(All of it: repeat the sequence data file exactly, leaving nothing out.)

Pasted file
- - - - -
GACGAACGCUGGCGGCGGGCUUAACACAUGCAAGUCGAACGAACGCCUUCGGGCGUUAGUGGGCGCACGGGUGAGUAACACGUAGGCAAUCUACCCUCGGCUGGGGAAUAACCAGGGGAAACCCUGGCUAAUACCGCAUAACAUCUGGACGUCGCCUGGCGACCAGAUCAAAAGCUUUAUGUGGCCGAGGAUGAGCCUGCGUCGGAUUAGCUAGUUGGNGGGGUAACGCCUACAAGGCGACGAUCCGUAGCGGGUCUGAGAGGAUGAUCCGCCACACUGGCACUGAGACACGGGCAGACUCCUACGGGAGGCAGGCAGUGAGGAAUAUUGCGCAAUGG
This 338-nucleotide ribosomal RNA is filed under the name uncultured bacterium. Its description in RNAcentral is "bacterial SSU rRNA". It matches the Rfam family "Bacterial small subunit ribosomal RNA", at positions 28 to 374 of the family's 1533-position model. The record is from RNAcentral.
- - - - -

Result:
GACGAACGCUGGCGGCGGGCUUAACACAUGCAAGUCGAACGAACGCCUUCGGGCGUUAGUGGGCGCACGGGUGAGUAACACGUAGGCAAUCUACCCUCGGCUGGGGAAUAACCAGGGGAAACCCUGGCUAAUACCGCAUAACAUCUGGACGUCGCCUGGCGACCAGAUCAAAAGCUUUAUGUGGCCGAGGAUGAGCCUGCGUCGGAUUAGCUAGUUGGNGGGGUAACGCCUACAAGGCGACGAUCCGUAGCGGGUCUGAGAGGAUGAUCCGCCACACUGGCACUGAGACACGGGCAGACUCCUACGGGAGGCAGGCAGUGAGGAAUAUUGCGCAAUGG
This 338-nucleotide ribosomal RNA is filed under the name uncultured bacterium. Its description in RNAcentral is "bacterial SSU rRNA". It matches the Rfam family "Bacterial small subunit ribosomal RNA", at positions 28 to 374 of the family's 1533-position model. The record is from RNAcentral.